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  #1  
Old 10-17-2003
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Talk to me about the Tartan 33

Tartan 33

S&S design - 215 built between 1979-84

Two versions

1) fractional rig, 4.5'' Scheel keel

2) masthead rig, 6.25 fin keel

The shoal keel version appears to be MUCH more common than the deep keel version (possibly designated 33R?).

So, talk to me about the strengths and weaknesses of the:

- design

- construction

- seaworthiness

- performance (under sail & power)

- deck layout

- interior design & layout

- other?

I live & sail where a shoal keel is not very important. What am I losing in performance and seaworthiness with the Scheel keel? Is it a bone-head idea to consider replacing the shallow keel with a deep fin?...ball park cost?

Other boats to consider?

- Budget: U$30-40K ($60k max)

- Two adults (1-2 guests, very seldom)

- Cruising the northwest

- Some single-handing and daysailing

* Bonus: sound and seaworthy enough to make this trip: Inland passage to Alaska, south to Mexico, west to Hawai''i, back to Puget Sound.

Thanks in advance
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  #2  
Old 10-17-2003
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Talk to me about the Tartan 33

I was working at a Tartan brokerage when the 33 came out. It was touted as a smaller less expensive version of the venerable 37. There are other folks who are regulars on this board that may have more indepth technical info on this design, I''ll just give you my first hand experiances.

The 33 was never really intended to be a racer, and that is why you see so many of the Scheel keeled boats out there. The Scheel does give up some in pointing ability, but for gunkholing it''s a great option. One of the other nice features of the Scheel keeled boats is that they were 7/8''s rigged. This made for a boat that was much easier to sail shorthanded/singlehanded. I sailed one singlehanded from Block Island to NYC, set the chute, and it was a breeze (pun intended). The backstay adjuster was simple and straight forward. Everything worked in an uncomplicated fashion. You will notice that the 33 is fuller aft than the trend (IOR) at the time, while not at today''s standards, it wasn''t quite as "Pinched" and would be more kindly in a following sea.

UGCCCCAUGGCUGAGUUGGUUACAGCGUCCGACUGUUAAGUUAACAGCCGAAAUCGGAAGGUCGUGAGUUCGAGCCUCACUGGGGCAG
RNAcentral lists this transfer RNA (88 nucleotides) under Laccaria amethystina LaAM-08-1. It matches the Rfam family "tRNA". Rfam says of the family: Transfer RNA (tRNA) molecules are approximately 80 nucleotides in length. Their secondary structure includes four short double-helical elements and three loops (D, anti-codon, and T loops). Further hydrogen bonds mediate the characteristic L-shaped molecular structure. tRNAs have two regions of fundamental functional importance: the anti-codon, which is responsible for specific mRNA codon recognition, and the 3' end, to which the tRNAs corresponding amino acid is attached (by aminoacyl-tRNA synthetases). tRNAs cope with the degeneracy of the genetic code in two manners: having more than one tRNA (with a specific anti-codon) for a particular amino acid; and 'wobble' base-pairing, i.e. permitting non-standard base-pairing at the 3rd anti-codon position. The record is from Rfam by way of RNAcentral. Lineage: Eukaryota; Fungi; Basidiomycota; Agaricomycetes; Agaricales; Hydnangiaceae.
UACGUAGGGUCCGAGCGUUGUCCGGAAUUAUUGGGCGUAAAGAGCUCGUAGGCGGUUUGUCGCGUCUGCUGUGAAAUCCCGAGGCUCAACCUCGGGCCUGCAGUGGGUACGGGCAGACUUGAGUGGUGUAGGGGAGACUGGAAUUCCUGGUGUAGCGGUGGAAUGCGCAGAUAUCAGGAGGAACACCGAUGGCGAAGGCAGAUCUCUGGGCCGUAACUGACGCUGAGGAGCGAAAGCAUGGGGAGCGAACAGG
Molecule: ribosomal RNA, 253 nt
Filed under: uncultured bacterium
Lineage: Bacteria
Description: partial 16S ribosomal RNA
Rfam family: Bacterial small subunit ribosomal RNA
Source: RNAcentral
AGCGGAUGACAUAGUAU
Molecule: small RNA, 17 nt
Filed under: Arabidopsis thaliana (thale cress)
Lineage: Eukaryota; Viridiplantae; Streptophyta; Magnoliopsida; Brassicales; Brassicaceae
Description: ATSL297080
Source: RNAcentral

The deep keeled version also came with a full head rig and double spreaders. I don''t think they actually called it the "R" version, but this was never a design that would do well beyond the Wed. night beer can series.

On the plus side of the Scheel was it''s rather large foot, which would be a boon in a hard grounding. But that large base would be a baine if stuck in the muck.

I wasn''t that thrilled with the interior layout. Especially regarding the way the doors to the head and forward cabin were set up. Seemed rather awkward and flimsy. But in general, it seemed to have a good business like layout.

The construction of these boats seemed quite good for the time, and the level of hardware and ancillaries was good also.

Because of their age (over 20 years in some cases) there might be a lot of updating and upgrading necessary, but that is pretty much the norm for any boat that age. And of course, you would have to watch for core moisture and osmosis.

In general, I always thought the 33 was a great "Couple" boat, meaning that they seemed ideal for the coastal cruising couple and maybe a friend or two, but were a little tight for more people than that. My 2 cents, for what it''s worth.
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Old 10-21-2003
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Talk to me about the Tartan 33

I own a 1982 Tartan 33R, which is the masthead, deep keel version of the Tartan 33, as you indicate in your posting. I''ve owned the boat for 13 years. The July 1, 1989 issue of Practical Sailor has a review of the Tartan 33, and discusses the 33R. The article indicates a "pretty amazing" difference in performance of approximately 30 seconds per mile in favor of the 33R due to the combination of the masthead rig and deep fin.